Wonder Woman Earth One Vol. 2 Grant Morrison & Yannick Paquette | Review


Published on Jul 10, 2019


Review the work of Grant Morrison, is never easy.

The transgressive author of Glasgow, in fact, is usually to devise stories that provide the reader with countless insights, often with many references to literary, philosophical and artistic. In this sense, Wonder Woman Earth One is no exception. In this work, Grant presents his personal vision of the superhero is the most famous and DC, making it the protagonist of a story that is detached from the continuity of the official. This has enabled it to propose a particular version of Diana, without, however, changing it radically. Morrison, however, did no more than emphasize some of the elements present from the outset of the amazonian Princess.

Its creator, William Maulton Marston, had designed as an independent woman and self-confident than men, in line with his ideas for the libertarian and feminist. He also pointed out the look sexy and not lacking in the early episodes allusions not so veiled to sadomasochistic practices and bondage (Marston, according to many, anticipated the movements of sexual liberation of the sixties). Morrison refers to these details and puts Diana in an alternate version of the DCU. The girl is an Amazon, the daughter of queen Hippolyta, has grown up in the Island Paradise, in a matrilineal society by the costumes sapphic, and for a number of circumstances comes in our world dominated by the war and by the impetus of violent, Morrison identifies with the male universe.

If in the first volume, however, the scottish writer was limited to set up the premise of the plot, in this second exit is unleashed, giving free rein to his imagination subversive. Diana poses the not easy task of eliminating all forms of conflict. In practice, and intends to create a real utopia based on the concept of love. Women are, therefore, representatives of this impulse, and males symbolize every form of violence. The american government, worried by the presence of Wonder Woman in our planet and not trusting her, trying to stop it, creating complicated machinations, to his damage involving Dr. Psycho, the treacherous Maxwell Lord, and a supervillain nazi, Uberfraulein.

Morrison puts Wonder Woman in the context of contemporary from #MeToo, but not to surrender to provocation. With the sarcasm which distinguishes him, in fact, makes fun of the speeches often specious on sexism with Diana, who, attacked by a feminist who object to his clothing discinto, says dressing up as the think it is his choice. Do not avoid to denounce the condition of subaltern women in islamic countries, the golden rule, then, of the easy accusations of islamophobia that are often addressed when someone dares to make similar criticisms. Do not miss the opportunity of making explicit references to the practices of bondage, as was the case in the stories of the forties, the lesbianism and, in general, to various forms of sexual orientation. He insists, in particular, on the idea of submission.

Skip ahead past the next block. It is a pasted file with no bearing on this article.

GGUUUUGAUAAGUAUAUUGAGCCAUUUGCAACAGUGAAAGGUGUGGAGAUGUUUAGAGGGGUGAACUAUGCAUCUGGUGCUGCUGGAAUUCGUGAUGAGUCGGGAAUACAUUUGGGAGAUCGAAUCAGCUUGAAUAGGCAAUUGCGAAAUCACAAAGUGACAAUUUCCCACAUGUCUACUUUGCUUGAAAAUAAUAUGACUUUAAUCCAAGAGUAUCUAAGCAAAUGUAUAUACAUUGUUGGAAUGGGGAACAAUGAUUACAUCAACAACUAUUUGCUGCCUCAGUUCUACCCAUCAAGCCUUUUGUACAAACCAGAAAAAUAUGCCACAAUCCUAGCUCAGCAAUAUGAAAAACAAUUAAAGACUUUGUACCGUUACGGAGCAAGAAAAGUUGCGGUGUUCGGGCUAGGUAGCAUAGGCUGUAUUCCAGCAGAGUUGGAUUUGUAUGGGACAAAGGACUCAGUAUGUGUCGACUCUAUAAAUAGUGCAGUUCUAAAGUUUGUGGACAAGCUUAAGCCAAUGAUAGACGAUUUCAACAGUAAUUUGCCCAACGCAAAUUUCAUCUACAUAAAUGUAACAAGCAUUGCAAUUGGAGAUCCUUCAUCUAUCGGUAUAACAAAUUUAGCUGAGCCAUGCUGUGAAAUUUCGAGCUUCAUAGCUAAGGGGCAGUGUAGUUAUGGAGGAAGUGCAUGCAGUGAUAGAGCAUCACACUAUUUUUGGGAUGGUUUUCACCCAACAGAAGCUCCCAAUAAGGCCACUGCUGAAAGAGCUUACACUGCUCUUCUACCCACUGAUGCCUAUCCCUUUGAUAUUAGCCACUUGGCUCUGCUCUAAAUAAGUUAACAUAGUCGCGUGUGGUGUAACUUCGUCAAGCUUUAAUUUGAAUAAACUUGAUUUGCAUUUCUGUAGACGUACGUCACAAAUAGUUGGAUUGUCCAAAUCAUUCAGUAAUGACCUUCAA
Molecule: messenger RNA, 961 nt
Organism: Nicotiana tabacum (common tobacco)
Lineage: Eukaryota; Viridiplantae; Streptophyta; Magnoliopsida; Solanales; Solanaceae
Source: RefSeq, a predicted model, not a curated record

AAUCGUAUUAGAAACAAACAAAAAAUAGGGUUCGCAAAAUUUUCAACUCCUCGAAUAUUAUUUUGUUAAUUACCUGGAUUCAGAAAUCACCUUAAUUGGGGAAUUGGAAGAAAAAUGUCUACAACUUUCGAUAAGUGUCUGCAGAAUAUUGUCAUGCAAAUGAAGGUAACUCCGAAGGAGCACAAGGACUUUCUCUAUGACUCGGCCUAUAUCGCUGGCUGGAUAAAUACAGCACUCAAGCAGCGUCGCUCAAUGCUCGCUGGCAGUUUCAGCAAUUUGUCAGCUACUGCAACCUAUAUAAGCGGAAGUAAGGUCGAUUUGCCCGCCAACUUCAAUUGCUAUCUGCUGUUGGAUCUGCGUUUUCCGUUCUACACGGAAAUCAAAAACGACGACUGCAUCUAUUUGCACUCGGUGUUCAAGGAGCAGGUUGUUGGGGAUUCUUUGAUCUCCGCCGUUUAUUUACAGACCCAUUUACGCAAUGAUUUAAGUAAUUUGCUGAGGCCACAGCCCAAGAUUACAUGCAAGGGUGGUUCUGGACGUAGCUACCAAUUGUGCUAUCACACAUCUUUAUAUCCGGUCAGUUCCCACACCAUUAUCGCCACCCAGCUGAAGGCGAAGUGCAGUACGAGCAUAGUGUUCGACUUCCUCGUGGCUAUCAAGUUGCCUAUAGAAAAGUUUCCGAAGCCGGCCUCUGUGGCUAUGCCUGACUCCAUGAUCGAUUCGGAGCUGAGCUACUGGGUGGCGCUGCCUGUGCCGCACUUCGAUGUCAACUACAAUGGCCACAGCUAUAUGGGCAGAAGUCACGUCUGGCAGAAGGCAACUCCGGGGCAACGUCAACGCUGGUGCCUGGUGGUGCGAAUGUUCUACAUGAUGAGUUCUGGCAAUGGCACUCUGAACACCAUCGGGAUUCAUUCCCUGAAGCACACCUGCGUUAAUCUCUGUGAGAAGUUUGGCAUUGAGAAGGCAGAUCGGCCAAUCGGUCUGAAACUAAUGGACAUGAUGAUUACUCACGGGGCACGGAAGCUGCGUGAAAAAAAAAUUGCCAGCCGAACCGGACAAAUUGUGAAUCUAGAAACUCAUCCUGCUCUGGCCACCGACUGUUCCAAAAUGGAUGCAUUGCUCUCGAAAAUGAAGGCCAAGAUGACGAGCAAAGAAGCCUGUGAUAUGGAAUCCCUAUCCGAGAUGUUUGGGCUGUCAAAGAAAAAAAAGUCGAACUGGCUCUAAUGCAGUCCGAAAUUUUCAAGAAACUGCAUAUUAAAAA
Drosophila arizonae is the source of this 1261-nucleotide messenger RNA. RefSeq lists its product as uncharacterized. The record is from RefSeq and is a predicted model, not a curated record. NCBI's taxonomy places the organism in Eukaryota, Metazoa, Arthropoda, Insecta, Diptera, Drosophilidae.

The submission theorized by Diana has to do with the power of love. Men, this is his thesis, must submit to it, and the only way they can achieve peace and harmony. We must not, however, forget that Morrison was involved in occultism and in the story, is recurring this phrase: ‘to Submit to the Loving Authority’. It is, in fact, a quote from Aleister Crowley and anyone who knows the works of the Magus knows that the love of which he spoke meant the instincts and impulses that are downright cruel. For a change, then, Morrison writes texts that are not to be taken to the letter, but decoded. Those who are able to do this will find the meanings of the disturbing and disconcerting (a technique, however, also typical of Crowley).

Although in the history there are numerous moments of action, we may consider Wonder Woman Earth One comic erotic. There are sequences of sex, but the eroticism and references to sexuality are ubiquitous, and I am not referring so much to the physicality, exuberant Wonder Woman because of the insistence on the subjection, in fact, that invokes the sm, the union is carnal bodies and the nature of the feminine of the Amazons. There are even hints to the theories of ‘orgone’ of the controversial Wilhelm Reich, who believed the practice of sex as an enactment of an energy (analyzed this idea in his ‘the Function of The Orgasm’, text, Morrison has clearly not read in depth). He also cites the ‘black sun’, a concept of the occult made famous by the publisher and poet Harry Crosby. The texts and dialogues have the usual inventive language that fans of Grant's know and are effective.

The volume has another point of strength in the extraordinary drawings of Yanick Pacquette manages to evoke the charm of Diana with a skill that is breathtaking. But also the other female characters have charisma, and are as alluring as ever. The attention to detail in each vignette is manic and what is most striking is the construction of the plates. The layout is always changing and gives a touch of unpredictability. Many pages are influenced by Art Nouveau, with Diana and the various protagonists placed in frames covered with a pattern of great suggestive value.

In short, this is really a volume not to be missed and it has the merit to propose a classical superhero of the comics in an unusual way.

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